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Hijacked Cuban Plane With 18 Aboard Down in International WatersAired September 19, 2000 - 11:44 a.m. ET
THIS IS A RUSH TRANSCRIPT. THIS COPY MAY NOT BE IN ITS FINAL FORM AND MAY BE UPDATED.
DARYN KAGAN, CNN ANCHOR: Once again, we continue our coverage of the Soviet-built plane out of Cuba that was hijacked. It is now down in the waters between Florida and Cuba; 18 people on board, as we understand from the U.S. Coast Guard. We do not know the condition of the plane or the people on board. But the Coast Guard is on its way to the rescue and expects to be reaching the site where the plane did land in the water about an hour from now.
A side bar to the story, Jose Basulto, who is with the group Brothers to the Rescue, told our affiliate WSVN in Miami that his group, Brothers to the Rescue, plans its own rescue effort for the people on board this plane. Let's go ahead and listen and here what Mr. Basulto had to say to WSVN a few minutes ago.
(BEGIN VIDEO CLIP)
JOSE BASULTO, BROTHERS TO THE RESCUE: And I'm on my way to the airport at this time with some of the pilots there to launch a mission to look for the distressed aircraft. And we're also trying to find out more on the probable area where it might have ditched, if it did.
UNIDENTIFIED WSVN ANCHOR: Now, you talk about the plane ditching. We know there was limited fuel on board. And we also here that perhaps this was a plane outfitted for water operations. Tell us what you're thinking is on the possible survivability of this sort of ditching?
BASULTO: That's an aircraft that is capable STOL, that is short takeoff and landing, and they can fly very slow. They can ditch and survive. However, it depends on the number of people and if there are young people or older people, children and all that. That makes for a very disastrous possibility. But we're going to go there and try to do our best to locate them. We're trying to find out information at this time on the probable area where they may be.
UNIDENTIFIED WSVN ANCHOR: The Coast Guard is telling us that this happened 60 miles south of the Marquesas Key and the Dry Tortugas area. We know that, of course, you've been on countless missions looking for rafters in the Florida Straits. What can you tell us generally about that area.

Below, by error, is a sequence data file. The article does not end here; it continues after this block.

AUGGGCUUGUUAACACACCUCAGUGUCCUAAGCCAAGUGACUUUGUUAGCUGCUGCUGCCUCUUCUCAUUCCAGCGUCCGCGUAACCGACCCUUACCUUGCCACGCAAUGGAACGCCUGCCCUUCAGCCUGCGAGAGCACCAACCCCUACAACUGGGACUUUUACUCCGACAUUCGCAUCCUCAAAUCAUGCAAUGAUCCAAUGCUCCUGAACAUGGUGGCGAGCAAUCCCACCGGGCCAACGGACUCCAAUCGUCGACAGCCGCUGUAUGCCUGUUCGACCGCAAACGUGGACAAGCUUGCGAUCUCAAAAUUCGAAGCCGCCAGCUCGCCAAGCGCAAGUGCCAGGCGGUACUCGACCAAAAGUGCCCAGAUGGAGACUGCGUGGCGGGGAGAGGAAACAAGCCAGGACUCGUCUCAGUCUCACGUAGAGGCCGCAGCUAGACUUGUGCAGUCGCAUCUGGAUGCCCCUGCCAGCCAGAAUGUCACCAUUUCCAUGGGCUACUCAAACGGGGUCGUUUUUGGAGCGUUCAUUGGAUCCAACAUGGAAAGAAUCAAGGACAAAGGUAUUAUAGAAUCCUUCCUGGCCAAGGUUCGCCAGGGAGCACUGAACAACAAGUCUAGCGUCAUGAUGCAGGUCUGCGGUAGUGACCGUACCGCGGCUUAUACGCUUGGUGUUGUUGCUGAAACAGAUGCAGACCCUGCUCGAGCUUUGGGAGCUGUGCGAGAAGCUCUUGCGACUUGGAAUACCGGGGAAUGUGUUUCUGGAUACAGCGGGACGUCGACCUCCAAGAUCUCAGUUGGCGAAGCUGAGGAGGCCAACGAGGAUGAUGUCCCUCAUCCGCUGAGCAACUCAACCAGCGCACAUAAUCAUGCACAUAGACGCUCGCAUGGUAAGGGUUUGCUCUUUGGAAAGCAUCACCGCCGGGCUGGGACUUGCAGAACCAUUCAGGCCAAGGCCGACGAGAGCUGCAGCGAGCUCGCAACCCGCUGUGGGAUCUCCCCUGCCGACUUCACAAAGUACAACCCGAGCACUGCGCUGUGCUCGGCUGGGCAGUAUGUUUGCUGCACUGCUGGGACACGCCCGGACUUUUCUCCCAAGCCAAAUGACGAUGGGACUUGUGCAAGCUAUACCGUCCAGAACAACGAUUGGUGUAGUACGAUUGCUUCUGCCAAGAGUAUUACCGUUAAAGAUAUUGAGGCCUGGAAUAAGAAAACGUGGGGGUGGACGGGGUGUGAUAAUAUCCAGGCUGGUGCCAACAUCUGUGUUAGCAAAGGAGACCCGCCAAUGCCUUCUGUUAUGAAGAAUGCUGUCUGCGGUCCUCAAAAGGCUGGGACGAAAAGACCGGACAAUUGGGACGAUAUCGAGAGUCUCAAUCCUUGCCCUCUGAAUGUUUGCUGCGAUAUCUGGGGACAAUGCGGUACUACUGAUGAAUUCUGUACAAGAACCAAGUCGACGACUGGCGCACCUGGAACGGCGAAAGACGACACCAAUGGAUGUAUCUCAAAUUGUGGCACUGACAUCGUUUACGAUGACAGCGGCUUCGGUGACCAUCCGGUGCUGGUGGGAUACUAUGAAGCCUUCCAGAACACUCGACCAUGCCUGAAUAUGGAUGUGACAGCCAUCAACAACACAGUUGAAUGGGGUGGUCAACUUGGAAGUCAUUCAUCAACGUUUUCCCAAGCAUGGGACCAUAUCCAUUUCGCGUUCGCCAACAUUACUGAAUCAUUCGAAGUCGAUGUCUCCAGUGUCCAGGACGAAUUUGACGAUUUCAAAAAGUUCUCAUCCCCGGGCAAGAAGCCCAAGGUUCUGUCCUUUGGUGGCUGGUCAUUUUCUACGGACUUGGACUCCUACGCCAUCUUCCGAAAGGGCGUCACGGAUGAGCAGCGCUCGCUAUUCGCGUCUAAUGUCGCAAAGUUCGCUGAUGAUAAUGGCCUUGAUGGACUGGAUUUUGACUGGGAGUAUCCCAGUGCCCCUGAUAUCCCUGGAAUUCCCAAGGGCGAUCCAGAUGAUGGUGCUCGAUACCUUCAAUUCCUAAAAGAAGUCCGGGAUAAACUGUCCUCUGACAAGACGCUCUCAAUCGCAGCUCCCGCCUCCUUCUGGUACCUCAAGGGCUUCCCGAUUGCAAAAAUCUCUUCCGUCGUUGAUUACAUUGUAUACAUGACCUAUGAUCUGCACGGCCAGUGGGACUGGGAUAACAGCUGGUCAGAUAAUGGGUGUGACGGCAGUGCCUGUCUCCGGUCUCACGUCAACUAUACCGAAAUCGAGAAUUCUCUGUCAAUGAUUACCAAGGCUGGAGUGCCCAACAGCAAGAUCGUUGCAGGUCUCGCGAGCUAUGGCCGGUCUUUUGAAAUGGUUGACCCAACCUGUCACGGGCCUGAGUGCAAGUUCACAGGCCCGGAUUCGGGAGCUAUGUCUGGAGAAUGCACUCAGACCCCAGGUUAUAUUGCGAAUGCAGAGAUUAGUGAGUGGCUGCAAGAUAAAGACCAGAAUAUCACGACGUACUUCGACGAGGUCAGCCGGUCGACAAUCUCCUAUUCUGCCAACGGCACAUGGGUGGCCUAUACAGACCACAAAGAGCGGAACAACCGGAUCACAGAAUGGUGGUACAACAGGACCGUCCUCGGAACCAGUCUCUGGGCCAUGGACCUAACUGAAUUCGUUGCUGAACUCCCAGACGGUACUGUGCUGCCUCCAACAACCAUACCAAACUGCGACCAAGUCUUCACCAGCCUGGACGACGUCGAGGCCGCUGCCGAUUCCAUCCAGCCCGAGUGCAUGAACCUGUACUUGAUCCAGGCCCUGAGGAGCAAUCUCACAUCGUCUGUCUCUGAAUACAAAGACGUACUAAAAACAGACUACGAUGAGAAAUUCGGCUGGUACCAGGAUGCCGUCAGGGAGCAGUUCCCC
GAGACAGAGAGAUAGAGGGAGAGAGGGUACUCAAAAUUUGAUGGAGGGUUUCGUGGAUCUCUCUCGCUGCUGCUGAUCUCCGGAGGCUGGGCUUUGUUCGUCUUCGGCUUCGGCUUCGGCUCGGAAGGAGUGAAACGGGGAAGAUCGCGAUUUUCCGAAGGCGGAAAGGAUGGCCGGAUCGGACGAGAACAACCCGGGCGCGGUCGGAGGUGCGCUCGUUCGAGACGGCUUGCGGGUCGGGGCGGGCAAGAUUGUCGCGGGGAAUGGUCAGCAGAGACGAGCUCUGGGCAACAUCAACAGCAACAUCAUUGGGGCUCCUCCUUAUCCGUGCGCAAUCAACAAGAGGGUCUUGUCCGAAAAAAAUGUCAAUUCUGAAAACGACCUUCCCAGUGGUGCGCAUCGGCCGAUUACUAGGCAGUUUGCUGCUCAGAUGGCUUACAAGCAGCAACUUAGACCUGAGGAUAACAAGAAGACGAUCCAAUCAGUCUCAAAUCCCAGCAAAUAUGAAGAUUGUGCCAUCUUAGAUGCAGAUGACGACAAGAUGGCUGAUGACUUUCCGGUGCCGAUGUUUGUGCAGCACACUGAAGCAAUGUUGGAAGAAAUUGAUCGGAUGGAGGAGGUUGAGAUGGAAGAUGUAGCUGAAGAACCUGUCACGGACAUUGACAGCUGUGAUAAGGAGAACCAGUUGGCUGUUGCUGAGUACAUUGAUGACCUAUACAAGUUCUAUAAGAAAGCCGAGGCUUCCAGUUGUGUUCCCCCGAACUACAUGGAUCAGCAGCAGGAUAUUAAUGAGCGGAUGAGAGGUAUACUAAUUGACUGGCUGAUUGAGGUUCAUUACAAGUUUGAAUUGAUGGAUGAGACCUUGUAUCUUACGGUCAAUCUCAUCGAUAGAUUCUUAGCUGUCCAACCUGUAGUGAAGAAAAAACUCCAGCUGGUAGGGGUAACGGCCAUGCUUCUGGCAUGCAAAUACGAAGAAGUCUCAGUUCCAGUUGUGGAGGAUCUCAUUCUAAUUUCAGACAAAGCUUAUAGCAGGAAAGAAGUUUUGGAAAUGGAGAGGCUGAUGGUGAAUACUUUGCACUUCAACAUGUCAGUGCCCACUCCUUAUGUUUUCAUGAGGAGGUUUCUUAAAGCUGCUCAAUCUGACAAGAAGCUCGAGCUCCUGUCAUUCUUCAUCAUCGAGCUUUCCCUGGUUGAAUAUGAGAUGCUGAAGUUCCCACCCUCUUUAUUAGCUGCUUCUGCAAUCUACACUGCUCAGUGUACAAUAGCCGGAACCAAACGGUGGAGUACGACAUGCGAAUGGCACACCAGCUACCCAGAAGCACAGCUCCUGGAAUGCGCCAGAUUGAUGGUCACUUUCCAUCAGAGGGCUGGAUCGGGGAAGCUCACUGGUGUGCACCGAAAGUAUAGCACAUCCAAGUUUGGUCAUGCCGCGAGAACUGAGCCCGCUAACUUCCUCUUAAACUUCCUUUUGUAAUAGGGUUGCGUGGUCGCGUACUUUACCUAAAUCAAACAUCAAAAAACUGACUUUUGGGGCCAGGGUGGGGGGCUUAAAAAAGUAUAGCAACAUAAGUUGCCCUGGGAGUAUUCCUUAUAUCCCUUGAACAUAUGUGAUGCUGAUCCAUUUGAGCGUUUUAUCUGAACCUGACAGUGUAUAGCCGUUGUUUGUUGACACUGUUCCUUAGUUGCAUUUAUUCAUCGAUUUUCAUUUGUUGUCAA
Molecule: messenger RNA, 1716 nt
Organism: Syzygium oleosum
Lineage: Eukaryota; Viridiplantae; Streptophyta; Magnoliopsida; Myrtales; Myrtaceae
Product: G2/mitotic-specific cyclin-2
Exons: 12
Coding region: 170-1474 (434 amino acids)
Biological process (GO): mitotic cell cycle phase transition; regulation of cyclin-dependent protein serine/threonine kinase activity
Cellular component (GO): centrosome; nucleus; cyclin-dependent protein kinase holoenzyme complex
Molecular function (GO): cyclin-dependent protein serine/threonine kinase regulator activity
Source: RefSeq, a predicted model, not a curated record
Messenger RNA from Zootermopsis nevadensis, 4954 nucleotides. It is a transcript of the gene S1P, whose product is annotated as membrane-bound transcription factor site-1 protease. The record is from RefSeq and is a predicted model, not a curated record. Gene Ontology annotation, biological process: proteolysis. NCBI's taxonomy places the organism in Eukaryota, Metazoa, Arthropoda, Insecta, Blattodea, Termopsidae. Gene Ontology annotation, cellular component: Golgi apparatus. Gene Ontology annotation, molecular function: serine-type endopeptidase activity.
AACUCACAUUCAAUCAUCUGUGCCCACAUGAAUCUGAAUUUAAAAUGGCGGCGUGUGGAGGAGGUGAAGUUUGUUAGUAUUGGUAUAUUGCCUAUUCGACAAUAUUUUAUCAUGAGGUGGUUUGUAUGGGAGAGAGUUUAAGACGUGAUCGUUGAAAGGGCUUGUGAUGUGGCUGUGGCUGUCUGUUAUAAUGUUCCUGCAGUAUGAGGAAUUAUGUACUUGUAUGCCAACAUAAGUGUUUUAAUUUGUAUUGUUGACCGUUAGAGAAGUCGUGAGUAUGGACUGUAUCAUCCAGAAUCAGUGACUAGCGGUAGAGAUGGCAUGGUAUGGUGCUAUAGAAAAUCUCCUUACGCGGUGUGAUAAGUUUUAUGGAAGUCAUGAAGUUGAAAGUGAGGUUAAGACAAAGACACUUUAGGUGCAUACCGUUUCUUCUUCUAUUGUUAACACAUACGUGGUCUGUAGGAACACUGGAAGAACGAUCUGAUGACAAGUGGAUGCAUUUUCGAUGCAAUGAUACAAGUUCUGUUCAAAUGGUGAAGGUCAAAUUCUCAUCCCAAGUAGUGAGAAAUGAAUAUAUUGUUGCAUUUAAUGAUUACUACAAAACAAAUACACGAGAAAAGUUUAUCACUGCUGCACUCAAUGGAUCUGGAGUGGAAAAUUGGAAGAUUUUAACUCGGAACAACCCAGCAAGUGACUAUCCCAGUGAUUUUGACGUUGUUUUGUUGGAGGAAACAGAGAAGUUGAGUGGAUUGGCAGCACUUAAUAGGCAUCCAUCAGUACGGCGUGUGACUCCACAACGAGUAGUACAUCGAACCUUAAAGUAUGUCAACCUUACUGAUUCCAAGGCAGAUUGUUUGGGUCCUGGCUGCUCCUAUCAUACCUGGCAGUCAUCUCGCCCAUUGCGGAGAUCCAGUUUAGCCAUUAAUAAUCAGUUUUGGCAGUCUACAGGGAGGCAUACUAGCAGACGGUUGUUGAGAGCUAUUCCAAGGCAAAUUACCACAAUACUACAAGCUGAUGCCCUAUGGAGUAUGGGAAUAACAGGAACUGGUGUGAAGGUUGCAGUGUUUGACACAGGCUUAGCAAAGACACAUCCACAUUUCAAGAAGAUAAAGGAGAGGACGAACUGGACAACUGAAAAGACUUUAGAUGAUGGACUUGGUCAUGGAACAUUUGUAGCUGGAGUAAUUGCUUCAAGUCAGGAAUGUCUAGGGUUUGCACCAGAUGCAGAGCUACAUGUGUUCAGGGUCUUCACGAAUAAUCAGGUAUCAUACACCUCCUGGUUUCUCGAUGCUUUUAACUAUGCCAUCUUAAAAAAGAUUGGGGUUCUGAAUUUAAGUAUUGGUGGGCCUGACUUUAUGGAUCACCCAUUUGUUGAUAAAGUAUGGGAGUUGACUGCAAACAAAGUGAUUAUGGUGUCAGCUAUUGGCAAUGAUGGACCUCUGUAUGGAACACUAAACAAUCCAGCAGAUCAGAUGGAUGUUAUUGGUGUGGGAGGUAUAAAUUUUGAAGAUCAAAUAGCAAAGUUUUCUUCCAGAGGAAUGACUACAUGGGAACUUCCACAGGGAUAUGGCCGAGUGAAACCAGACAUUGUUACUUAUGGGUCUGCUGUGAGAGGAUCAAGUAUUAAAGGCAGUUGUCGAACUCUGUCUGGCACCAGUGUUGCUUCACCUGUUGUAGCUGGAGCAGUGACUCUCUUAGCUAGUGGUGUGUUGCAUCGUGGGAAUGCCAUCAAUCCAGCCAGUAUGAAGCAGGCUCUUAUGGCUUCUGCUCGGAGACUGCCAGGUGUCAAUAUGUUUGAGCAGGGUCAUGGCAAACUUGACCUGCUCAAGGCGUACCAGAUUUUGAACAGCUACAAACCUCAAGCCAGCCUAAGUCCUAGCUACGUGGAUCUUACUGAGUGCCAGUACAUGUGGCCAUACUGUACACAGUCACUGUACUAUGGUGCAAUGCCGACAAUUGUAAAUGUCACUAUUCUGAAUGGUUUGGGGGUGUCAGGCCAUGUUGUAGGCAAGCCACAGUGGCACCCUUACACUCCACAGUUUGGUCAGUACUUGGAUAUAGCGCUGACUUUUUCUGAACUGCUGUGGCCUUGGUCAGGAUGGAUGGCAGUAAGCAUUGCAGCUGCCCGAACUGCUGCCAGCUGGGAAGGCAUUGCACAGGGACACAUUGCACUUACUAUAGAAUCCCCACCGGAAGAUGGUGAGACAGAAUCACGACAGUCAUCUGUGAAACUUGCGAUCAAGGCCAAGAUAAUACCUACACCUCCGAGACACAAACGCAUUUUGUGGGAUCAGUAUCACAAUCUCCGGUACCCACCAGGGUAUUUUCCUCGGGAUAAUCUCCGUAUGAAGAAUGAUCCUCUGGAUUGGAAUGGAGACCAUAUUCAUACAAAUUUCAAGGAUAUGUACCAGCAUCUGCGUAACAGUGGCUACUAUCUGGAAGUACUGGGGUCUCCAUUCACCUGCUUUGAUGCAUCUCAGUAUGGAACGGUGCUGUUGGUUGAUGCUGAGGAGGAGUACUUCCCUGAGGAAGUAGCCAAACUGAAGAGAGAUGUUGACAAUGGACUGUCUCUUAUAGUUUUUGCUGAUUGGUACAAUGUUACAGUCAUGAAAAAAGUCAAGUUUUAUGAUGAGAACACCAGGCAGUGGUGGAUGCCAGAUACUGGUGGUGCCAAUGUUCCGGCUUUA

BASULTO: You're saying it's in the South Cacus (ph) area that the aircraft has gone down. The possibility for us performing a mission there is very unlikely because the distance is much too great. We can make it there. However, it will depend on the area where the aircraft went down. That is more within the capabilities of the aircraft the Coast Guard has, and it's most likely going to be them the ones that are going to be doing the search for the survivors.
UNIDENTIFIED WSVN ANCHOR: What type of water is that in terms of currents, depth? What can you tell us about the conditions of the straits in that area about 60 miles south of the Dry Tortugas?
BASULTO: Oh, it's Dry Tortugas. Dry Tortugas, that's an area that we can cover. We've covered that in the past. And that's what I suspected the area would have been. So we will be going, then, to that area. And this is just very safe conditions that we've been dealing with in the past. It depends on the winds today what the water conditions are. The aircraft is capable of ditching there. And, as I said, it's possible to survive that ditching. That is a slow-flying aircraft so it can make a successful ditching. The success, of course, will depend whether they have any kind of flotation devices with them and that we find them as quickly as possible. And that's what we're going to try to do.
UNIDENTIFIED WSVN ANCHOR: And, of course, weather is a factor. There is a tropical wave moving through the area South of Cuba. Have you had any weather advisories for your planned mission?
BASULTO: No, as a matter of fact, the mission is being planned at Opa-locka Airport. Yermoladas (ph) is taking care of it right now. I'm on my way to fly the mission together with another pilot that will be meeting me their, Mr. Bill Schuss (ph).
(END VIDEO CLIP)
KAGAN: Once again, we are listening to Jose Basulto, he with Brothers to the Rescue, in response to the downed plane, the hijacked plane that was leaving Cuba on its way to the U.S., went down in the water. The Coast Guard, we should say, more importantly, is on its way to that same down plane, expects to be there within the hour. Eighteen people on board. No word on the condition of the plane or the people at this time.
BILL HEMMER, CNN ANCHOR: Jamie McIntyre reporting that cutter should arrive about 12:30 p.m. Eastern time, which is just about 43 minutes from now.
And, again, the exact location where the plane went down not known right now. And, again, we don't know the condition of the 18 people on board either, so we'll keep our fingers crossed here.
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